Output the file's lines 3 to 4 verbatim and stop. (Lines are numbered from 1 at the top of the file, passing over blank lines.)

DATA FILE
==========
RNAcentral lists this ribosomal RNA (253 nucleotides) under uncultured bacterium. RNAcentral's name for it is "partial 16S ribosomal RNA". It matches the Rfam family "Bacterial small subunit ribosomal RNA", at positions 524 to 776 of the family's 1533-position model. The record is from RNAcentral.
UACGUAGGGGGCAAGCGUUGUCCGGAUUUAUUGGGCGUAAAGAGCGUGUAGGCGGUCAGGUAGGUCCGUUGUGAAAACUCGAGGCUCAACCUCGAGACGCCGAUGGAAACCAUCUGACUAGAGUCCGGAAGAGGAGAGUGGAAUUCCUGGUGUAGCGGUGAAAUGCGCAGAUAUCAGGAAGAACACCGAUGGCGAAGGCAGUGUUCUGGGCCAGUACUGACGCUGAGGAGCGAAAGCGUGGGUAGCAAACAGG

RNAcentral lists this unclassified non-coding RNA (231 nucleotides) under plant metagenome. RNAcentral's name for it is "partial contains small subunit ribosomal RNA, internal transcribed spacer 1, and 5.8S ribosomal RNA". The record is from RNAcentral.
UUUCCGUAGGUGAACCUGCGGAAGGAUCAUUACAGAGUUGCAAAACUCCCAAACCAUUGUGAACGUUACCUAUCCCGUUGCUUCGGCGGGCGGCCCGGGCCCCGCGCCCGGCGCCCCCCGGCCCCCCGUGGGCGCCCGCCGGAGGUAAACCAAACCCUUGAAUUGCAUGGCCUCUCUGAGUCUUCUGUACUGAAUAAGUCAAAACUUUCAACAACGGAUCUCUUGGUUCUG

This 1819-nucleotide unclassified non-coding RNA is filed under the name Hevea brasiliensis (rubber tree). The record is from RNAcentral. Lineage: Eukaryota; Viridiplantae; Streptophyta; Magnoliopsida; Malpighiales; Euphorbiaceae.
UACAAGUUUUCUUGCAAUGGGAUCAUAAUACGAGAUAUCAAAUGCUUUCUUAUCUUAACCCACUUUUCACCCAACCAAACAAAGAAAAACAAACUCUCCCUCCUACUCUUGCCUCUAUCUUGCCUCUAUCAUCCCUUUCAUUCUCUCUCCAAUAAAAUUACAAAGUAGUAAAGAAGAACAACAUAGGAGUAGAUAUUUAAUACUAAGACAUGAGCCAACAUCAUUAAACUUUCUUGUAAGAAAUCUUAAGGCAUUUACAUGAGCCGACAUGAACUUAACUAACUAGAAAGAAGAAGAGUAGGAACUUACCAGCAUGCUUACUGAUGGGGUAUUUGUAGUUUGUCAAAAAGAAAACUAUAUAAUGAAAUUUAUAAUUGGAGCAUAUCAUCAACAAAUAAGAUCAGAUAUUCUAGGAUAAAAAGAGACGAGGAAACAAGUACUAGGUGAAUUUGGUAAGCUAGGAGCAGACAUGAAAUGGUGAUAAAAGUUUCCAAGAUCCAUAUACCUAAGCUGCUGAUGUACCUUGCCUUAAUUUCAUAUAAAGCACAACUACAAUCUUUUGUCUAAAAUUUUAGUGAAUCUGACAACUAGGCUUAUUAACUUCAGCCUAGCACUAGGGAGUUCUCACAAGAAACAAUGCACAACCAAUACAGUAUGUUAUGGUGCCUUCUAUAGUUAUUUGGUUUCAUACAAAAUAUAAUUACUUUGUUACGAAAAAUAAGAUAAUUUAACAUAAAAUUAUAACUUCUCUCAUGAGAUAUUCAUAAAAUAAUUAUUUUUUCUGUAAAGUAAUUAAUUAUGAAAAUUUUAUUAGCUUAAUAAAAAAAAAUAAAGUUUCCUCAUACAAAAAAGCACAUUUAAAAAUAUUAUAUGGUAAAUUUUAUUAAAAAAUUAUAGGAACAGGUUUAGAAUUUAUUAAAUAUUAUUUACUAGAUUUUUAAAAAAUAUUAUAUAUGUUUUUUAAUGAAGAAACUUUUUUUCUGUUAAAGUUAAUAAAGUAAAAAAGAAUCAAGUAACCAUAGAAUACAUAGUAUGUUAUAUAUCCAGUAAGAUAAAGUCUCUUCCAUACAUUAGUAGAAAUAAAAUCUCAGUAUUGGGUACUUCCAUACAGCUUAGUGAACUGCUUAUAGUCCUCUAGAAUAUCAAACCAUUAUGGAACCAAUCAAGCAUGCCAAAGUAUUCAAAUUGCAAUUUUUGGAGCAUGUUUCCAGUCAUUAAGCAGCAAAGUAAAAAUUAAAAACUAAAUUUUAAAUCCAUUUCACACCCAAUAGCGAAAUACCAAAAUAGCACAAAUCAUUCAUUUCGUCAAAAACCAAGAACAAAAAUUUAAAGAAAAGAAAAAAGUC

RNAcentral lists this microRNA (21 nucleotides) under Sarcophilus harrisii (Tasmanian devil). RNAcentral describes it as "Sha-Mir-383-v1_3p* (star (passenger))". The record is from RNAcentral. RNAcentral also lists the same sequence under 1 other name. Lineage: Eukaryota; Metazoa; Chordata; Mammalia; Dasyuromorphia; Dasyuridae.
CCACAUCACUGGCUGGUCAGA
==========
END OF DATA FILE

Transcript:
RNAcentral lists this unclassified non-coding RNA (231 nucleotides) under plant metagenome. RNAcentral's name for it is "partial contains small subunit ribosomal RNA, internal transcribed spacer 1, and 5.8S ribosomal RNA". The record is from RNAcentral.
UUUCCGUAGGUGAACCUGCGGAAGGAUCAUUACAGAGUUGCAAAACUCCCAAACCAUUGUGAACGUUACCUAUCCCGUUGCUUCGGCGGGCGGCCCGGGCCCCGCGCCCGGCGCCCCCCGGCCCCCCGUGGGCGCCCGCCGGAGGUAAACCAAACCCUUGAAUUGCAUGGCCUCUCUGAGUCUUCUGUACUGAAUAAGUCAAAACUUUCAACAACGGAUCUCUUGGUUCUG